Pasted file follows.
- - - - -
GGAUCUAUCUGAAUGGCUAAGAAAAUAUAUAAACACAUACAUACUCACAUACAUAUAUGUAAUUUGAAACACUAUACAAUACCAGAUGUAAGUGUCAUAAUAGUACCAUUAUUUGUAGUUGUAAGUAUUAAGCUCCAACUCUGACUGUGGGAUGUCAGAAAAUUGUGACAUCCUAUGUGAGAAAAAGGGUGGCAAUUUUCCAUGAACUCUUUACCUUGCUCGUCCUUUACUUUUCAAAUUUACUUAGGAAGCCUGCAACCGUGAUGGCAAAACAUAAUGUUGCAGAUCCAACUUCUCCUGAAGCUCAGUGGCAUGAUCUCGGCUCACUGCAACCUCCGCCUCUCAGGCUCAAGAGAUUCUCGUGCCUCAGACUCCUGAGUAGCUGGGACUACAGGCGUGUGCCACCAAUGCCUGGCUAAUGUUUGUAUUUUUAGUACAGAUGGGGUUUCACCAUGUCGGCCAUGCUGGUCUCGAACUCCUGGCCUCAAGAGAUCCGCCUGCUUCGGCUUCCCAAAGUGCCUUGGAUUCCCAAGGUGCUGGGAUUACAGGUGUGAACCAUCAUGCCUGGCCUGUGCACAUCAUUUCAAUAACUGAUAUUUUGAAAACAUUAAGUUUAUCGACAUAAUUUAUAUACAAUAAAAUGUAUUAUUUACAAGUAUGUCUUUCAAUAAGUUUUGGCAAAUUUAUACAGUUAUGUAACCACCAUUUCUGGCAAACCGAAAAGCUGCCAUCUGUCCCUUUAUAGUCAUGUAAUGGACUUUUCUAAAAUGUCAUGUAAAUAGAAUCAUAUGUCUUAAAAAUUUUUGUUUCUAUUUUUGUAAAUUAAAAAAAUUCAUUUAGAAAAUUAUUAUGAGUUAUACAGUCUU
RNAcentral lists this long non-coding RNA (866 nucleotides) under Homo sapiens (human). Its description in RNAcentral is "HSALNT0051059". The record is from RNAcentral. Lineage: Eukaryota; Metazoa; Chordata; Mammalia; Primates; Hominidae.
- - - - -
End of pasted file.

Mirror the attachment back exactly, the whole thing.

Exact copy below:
GGAUCUAUCUGAAUGGCUAAGAAAAUAUAUAAACACAUACAUACUCACAUACAUAUAUGUAAUUUGAAACACUAUACAAUACCAGAUGUAAGUGUCAUAAUAGUACCAUUAUUUGUAGUUGUAAGUAUUAAGCUCCAACUCUGACUGUGGGAUGUCAGAAAAUUGUGACAUCCUAUGUGAGAAAAAGGGUGGCAAUUUUCCAUGAACUCUUUACCUUGCUCGUCCUUUACUUUUCAAAUUUACUUAGGAAGCCUGCAACCGUGAUGGCAAAACAUAAUGUUGCAGAUCCAACUUCUCCUGAAGCUCAGUGGCAUGAUCUCGGCUCACUGCAACCUCCGCCUCUCAGGCUCAAGAGAUUCUCGUGCCUCAGACUCCUGAGUAGCUGGGACUACAGGCGUGUGCCACCAAUGCCUGGCUAAUGUUUGUAUUUUUAGUACAGAUGGGGUUUCACCAUGUCGGCCAUGCUGGUCUCGAACUCCUGGCCUCAAGAGAUCCGCCUGCUUCGGCUUCCCAAAGUGCCUUGGAUUCCCAAGGUGCUGGGAUUACAGGUGUGAACCAUCAUGCCUGGCCUGUGCACAUCAUUUCAAUAACUGAUAUUUUGAAAACAUUAAGUUUAUCGACAUAAUUUAUAUACAAUAAAAUGUAUUAUUUACAAGUAUGUCUUUCAAUAAGUUUUGGCAAAUUUAUACAGUUAUGUAACCACCAUUUCUGGCAAACCGAAAAGCUGCCAUCUGUCCCUUUAUAGUCAUGUAAUGGACUUUUCUAAAAUGUCAUGUAAAUAGAAUCAUAUGUCUUAAAAAUUUUUGUUUCUAUUUUUGUAAAUUAAAAAAAUUCAUUUAGAAAAUUAUUAUGAGUUAUACAGUCUU
RNAcentral lists this long non-coding RNA (866 nucleotides) under Homo sapiens (human). Its description in RNAcentral is "HSALNT0051059". The record is from RNAcentral. Lineage: Eukaryota; Metazoa; Chordata; Mammalia; Primates; Hominidae.